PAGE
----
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The important role of nutrition

written by

Leukaemia Care, Charity

Nutrition plays an important role in many aspects of cancer. The relationship between cancer and diet is complex and one of years of research and debate. The general recommendations for cancer survivors are no different from the recommendations for anyone who wants to improve their health; exercise, eat a balanced diet, maintain a healthy weight, avoid tobacco and limit the amount of alcohol you drink. For cancer patients, these strategies have added benefits as they can help improve quality of life, and aid the transition into survivorship.

The World Cancer Research Fund published a report for cancer survivors and this has suggested that even small dietary and lifestyle changes can produce large health benefits. These recommendations include:

1.      Eat five or more servings of fruits and vegetables every day.

2.     Choose healthy fats, such as olive, vegetable, nut and seed oils.

3.     Select proteins that are low in saturated fat, such as fish, lean meats, eggs, nuts, seeds and pulses.

4.     Limit red meats (such as beef, pork, and lamb) and avoid processed meats.

5.     Opt for healthy sources of carbohydrates, such as whole grains.

6.     Avoid Sugary drinks and energy dense foods high in sugar.

7.      Limit alcoholic drinks.

8.     Limit salty foods and foods processed with salt.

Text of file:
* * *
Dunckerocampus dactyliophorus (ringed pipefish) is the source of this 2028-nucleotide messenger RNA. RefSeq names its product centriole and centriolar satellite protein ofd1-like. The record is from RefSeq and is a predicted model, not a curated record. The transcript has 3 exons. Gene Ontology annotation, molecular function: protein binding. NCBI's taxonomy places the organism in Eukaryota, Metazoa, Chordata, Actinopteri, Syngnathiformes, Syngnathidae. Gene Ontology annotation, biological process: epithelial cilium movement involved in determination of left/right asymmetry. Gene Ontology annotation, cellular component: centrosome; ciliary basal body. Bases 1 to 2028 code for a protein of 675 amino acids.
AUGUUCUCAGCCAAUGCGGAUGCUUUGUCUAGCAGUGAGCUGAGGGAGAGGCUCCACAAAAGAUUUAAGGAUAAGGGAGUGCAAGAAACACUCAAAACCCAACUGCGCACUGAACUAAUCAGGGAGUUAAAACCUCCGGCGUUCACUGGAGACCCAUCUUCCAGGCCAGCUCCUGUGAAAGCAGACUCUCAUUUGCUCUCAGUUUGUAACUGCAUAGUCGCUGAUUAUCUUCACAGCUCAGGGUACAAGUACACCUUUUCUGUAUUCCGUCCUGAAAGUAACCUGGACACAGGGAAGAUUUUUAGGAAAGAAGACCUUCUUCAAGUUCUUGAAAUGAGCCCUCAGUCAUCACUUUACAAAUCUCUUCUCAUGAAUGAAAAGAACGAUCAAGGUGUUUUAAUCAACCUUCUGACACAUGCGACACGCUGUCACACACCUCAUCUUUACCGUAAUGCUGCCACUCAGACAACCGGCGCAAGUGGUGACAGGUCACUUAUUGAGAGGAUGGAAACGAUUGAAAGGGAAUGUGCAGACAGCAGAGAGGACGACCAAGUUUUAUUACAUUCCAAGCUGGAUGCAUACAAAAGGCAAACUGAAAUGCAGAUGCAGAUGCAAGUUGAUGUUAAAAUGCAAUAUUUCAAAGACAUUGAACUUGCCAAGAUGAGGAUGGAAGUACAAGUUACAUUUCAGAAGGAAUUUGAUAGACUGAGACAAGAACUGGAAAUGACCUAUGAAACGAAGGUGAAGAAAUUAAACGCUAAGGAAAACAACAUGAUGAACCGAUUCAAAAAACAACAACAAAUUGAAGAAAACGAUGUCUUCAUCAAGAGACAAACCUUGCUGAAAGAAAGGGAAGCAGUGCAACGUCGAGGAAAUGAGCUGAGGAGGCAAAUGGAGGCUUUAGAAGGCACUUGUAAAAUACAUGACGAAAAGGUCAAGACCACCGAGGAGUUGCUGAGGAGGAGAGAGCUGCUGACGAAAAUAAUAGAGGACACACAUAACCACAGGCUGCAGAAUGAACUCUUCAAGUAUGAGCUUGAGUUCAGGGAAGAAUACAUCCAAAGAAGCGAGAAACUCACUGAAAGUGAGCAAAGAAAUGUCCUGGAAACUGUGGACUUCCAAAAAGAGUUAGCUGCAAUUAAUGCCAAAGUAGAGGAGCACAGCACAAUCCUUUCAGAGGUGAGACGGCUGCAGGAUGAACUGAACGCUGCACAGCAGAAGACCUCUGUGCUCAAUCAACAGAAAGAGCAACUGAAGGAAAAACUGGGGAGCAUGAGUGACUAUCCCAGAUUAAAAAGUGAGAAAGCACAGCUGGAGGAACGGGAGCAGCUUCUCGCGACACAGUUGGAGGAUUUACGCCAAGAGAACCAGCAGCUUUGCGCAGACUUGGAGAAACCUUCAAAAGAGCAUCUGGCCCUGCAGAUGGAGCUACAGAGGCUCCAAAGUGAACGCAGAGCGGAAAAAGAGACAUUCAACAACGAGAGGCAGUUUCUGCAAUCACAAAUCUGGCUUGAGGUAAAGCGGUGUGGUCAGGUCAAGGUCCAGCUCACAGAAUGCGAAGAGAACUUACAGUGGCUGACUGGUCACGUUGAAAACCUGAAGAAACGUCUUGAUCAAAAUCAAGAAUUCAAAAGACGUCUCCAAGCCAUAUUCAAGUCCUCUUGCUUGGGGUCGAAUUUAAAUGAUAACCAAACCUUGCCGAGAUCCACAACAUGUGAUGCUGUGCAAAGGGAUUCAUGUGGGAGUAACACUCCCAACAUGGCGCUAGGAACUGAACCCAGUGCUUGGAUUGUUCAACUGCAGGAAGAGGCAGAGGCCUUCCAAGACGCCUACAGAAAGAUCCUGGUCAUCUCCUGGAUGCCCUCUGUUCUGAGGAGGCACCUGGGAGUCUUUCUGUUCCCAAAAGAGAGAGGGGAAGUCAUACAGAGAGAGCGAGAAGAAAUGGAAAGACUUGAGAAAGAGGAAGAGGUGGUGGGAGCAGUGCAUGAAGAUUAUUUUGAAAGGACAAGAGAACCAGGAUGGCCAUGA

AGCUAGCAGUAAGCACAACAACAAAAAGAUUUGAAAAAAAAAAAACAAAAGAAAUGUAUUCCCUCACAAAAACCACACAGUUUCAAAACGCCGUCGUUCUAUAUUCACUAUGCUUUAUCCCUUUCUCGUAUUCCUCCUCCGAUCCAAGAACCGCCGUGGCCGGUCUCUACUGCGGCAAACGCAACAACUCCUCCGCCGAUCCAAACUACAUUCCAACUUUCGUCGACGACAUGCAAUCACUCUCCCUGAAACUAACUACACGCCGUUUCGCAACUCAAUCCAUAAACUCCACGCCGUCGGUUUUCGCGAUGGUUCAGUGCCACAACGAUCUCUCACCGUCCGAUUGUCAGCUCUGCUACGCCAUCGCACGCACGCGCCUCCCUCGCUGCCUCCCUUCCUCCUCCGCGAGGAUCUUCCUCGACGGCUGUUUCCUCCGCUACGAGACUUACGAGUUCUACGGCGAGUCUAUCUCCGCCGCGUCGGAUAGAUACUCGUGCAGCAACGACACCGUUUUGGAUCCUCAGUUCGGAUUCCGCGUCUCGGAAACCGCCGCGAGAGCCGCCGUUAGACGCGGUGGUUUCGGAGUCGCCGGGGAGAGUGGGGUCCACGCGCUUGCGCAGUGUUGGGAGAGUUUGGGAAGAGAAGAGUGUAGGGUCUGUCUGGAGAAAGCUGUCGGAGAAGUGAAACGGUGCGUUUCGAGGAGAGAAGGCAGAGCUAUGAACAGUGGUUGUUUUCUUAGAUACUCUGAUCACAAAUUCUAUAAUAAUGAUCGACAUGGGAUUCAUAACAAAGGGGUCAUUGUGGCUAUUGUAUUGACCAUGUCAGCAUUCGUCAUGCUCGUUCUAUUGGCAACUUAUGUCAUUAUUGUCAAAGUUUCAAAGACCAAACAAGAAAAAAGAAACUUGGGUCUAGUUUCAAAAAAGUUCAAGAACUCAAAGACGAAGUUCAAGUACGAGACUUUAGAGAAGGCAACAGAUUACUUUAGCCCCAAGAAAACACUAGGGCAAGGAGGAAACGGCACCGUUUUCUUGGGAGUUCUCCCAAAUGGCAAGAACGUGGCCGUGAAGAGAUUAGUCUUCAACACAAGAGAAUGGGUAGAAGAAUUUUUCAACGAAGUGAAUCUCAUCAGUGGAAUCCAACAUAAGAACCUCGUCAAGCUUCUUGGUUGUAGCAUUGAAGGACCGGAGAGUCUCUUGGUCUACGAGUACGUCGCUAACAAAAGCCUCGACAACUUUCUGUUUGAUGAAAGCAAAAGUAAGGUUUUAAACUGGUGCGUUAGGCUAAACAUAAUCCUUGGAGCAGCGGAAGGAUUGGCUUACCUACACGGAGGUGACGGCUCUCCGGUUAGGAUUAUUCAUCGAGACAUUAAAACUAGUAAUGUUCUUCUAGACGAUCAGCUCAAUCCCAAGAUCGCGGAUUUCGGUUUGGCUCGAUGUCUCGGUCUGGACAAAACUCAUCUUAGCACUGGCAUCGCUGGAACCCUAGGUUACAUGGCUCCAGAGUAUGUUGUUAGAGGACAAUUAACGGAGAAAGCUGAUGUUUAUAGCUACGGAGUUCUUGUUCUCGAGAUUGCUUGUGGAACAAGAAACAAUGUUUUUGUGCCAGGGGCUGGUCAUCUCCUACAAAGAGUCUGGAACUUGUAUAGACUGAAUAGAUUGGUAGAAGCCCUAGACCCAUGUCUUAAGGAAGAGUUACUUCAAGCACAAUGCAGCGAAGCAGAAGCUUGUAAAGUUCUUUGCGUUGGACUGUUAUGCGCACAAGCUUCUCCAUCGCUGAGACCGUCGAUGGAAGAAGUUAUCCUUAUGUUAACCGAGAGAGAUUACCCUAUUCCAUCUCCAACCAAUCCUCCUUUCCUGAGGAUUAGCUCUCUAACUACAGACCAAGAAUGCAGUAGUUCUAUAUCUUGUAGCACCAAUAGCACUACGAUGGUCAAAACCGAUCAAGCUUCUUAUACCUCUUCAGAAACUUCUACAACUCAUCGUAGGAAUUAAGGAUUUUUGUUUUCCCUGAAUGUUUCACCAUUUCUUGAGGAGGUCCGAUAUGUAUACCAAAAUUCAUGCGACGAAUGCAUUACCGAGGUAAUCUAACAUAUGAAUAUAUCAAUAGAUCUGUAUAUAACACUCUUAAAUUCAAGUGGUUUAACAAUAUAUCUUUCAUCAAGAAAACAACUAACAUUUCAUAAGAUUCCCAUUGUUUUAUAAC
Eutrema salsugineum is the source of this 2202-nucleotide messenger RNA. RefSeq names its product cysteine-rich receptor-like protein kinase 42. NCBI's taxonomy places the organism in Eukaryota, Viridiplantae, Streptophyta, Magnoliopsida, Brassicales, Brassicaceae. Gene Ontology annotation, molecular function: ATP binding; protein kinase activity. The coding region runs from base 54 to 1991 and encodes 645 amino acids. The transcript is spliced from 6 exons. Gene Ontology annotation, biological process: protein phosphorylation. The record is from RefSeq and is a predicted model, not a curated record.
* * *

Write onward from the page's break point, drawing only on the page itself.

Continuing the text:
9.     Be physically active every day for at least 30 minutes.

10.   Do not use tobacco.


Starting with simple changes such as, eating one or two more servings of vegetables and fruits, switching from white bread to wholegrain bread, using herbs and spices to flavour food instead of salt, and increasing the length of your daily walk will all make a positive impact on your health.

You may have gained or lost weight during treatment. Try to get your weight to a healthy level. Talk to your doctor, dietitian or nurse about what a healthy weight is for you and the best way to go about achieving that goal weight.

If you need to gain weight, this will likely involve coming up with ways to make food more appealing and easier to eat. This may involve using high protein, high calorie foods and supplements to boost the nutritional content of your diet. Talk to a dietician who can help you devise ways to gain weight safely.

If you need to lose weight, take steps to lose weight slowly — no more than 1 kilogram (approximately 2 pounds) a week. Control the number of calories you eat and balance this with exercise.

Some patients may have been put on dietary restrictions during treatment. If this is the case with you, it is important that these restrictions are discussed with your health professional after treatment as often these restrictions can be relaxed or removed.

Nutrition after treatment is an important part in the journey of healing and survival. There is an abundance of information with ideas for staying healthy, therefore it is important to discuss your needs with your health professional or dietitian who can help create an action plan for gradual changes that are personal and fit your lifestyle preferences and doesn’t interact or interfere with any medications or on-going treatments you may be on.

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